How many child molestation cases did Rusk HS teacher Harold “Bo” Scallon sit on and ‘No Bill’ before he was busted as a purveyor of underage porn? (Source: North Texas e-News)

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(Source:  Rusk Cherokeean; TXDPS)

How many times has District Judge Bascom Bentley’s signature been forged “by permission” on sex offender orders?

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(Source: Jacksonville Progress)

It is the responsibility of the County Clerk to report civil and criminal cases accurately and in a timely manner, whether it is a conviction, expungement, or probated will. Even if the Clerk is related to all reported Parties. Cherokee County prefers to lock court cases away from public scrutiny to cover up the makeup of illegal jury pools and the perjury of prosecutors. The same group of people has been called to sit on grand juries for the last 20 years. Civil cases are routinely heard by jurors who have vested conflicts of interest. Some jurors don’t even live in the county. Some are pedophiles. Cherokee County officials make their own rules and flout their constitutional responsibilities. Things are apparently back to normal as of January 1st.

Source:

LOCAL GOVERNMENT CODE

TITLE 6. RECORDS

SUBTITLE B. COUNTY RECORDS

CHAPTER 191. GENERAL RECORDS PROVISIONS AFFECTING COUNTIES

Sec. 191.001. COUNTY RECORDER; SEAL; GENERAL DUTIES.

Written by Cherokee County, Texas

01/13/2017 at 6:00 PM

Rusk City Manager accused of wiretapping; Sheriff Deputy under Texas Rangers investigation

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drug busts


US Attorney Malcolm Bales announces Jacksonville, TX drug raids with Dallas FBI, Sheriff James Campbell, and District Attorney Rachel Patton. (Source: April 1, 2015 Jacksonville Progress)

Like a lot of areas in backwoods East Texas, Cherokee County law enforcement illegally wiretaps and intercepts telephone conversations to conduct drug raids. For providing this information to outside agencies such as the FBI and Narcotics Task Forces, as well as assisting on drug cases for the US Attorney’s office, these small towns are given carte blanche access to any and every private citizen’s personal and business phone conversations. In fact, they are publicly rewarded for violating federal law like they do in 3rd World countries. They are advised to deny it, lie about it, and continue to provide as much information with as little legwork as possible. The Cherokee County Sheriff’s Department records phone calls to blackmail political opponents and quash dissent among their Good Ol’ Boy and Gal network. They catalog the locals’ extramarital affairs within the District Attorney’s office and hold each other by the balls for Grand Jury selection. And these folks have been screwing each other like rabbits since their High School days.

Who is cheating on whom these days?

With the ousting of outsider Rachel Patton for ruffling their feathers and with Elmer Beckworth returning to the District Attorney’s office in a few weeks, the uninformed public can expect the Night of the Long Knives to come out in full force. When one of them is caught not towing the County line, the fingers start pointing, the accusations start to fly, and the misdirections are set up like traffic cones to mislead the public.  Following in Beckworth’s footsteps they blame the other for their own actions.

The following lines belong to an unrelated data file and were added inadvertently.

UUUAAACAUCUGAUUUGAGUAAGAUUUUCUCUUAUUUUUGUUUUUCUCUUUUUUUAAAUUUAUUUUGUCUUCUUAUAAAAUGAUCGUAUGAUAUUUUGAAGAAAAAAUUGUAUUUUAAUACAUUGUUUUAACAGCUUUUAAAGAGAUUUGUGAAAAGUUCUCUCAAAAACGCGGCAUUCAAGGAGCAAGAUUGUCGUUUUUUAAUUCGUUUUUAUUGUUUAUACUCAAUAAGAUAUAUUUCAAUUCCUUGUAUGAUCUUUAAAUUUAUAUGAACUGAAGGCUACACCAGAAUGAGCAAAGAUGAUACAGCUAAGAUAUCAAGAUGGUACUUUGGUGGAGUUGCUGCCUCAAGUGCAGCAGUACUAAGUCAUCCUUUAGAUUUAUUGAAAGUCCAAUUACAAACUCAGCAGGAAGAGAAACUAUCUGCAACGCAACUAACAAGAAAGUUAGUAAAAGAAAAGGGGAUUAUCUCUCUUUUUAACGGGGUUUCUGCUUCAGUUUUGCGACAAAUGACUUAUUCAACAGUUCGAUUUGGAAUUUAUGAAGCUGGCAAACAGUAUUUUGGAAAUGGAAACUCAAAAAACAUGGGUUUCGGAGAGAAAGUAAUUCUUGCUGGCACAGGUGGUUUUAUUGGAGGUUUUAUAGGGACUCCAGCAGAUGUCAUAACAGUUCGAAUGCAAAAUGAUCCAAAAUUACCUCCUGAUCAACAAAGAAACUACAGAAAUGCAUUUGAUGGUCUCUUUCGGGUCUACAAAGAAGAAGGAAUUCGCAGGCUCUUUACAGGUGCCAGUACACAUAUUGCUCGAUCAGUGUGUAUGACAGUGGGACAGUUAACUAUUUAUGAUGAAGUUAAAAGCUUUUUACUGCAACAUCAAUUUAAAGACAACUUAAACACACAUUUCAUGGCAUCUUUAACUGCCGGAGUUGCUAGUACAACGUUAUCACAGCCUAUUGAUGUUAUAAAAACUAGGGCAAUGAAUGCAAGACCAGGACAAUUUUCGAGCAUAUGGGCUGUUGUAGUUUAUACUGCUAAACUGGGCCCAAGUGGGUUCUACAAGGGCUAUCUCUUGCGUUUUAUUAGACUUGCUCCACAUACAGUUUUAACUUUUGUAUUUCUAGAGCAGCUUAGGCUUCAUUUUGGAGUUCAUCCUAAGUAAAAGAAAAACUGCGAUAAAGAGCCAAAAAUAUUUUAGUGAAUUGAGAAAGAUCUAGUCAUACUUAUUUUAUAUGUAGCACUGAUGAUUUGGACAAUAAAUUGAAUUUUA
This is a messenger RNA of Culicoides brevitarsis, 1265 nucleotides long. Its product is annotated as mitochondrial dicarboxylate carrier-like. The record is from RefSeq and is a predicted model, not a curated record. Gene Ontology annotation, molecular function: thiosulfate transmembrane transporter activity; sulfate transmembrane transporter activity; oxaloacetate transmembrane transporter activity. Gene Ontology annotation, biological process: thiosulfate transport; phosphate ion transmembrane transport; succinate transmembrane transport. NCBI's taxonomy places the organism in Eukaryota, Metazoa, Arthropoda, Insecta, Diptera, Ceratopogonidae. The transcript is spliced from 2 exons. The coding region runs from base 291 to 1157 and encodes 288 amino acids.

Corner

Wife swapping and wiretapping? Who’s spying on whom? 

Turmoil-in-Rusk

In an open City Council meeting on July 14, 2016 the Rusk Police Department accused longtime Rusk City Manager Mike Murray  of “illegal wiretapping.”  Lt. Brad George of the Rusk PD and others also accused Murray of “retaliation against the police force.” City council has requested a Texas Rangers investigation during back-to-back closed sessions. (Source: KETK) Murray, the local police department, TDC Skyview, and the Sheriff’s Dept. had worked together for decades without dissent. The internal feud is said to have started after the handling of assault charges against the Volunteer Fire Chief earlier this year.  Nepotism between the Cherokee County Sheriff and his son the Rusk Chief of Police, and their extralegal means of small town social control is on full display for the local media.

 

Clocking in at 300 + lbs., it is highly unlikely Mr. Murray is capable of scaling telephone poles and running outlaw phone drops throughout the county to eavesdrop on local drug dealers, lonely wives, and families of his political opponents; however Sheriff Campbell’s deputies and those related to law enforcement are paid to do so.

Illegal phone tapping in Rusk City Hall

Cherokee County newspapers refuse to mention the reason for the Texas Rangers investigation into Mike Murray and the charge of ILLEGAL PHONE TAPPING that Rachel Patton has recommended to the Texas Attorney General. Instead they focus on a fictitious claim of low morale among the police department and city employees for the reason Murray has been placed on paid administrative leave. (Source: Daily Progress) It takes reports from Tyler and Longview to shine the light on the common Cherokee County practice of “illegally wiretapping phone conversations.” (Source: KETK)

simpsons

OK, boys and girls, let’s play a game called “Follow the Logic…”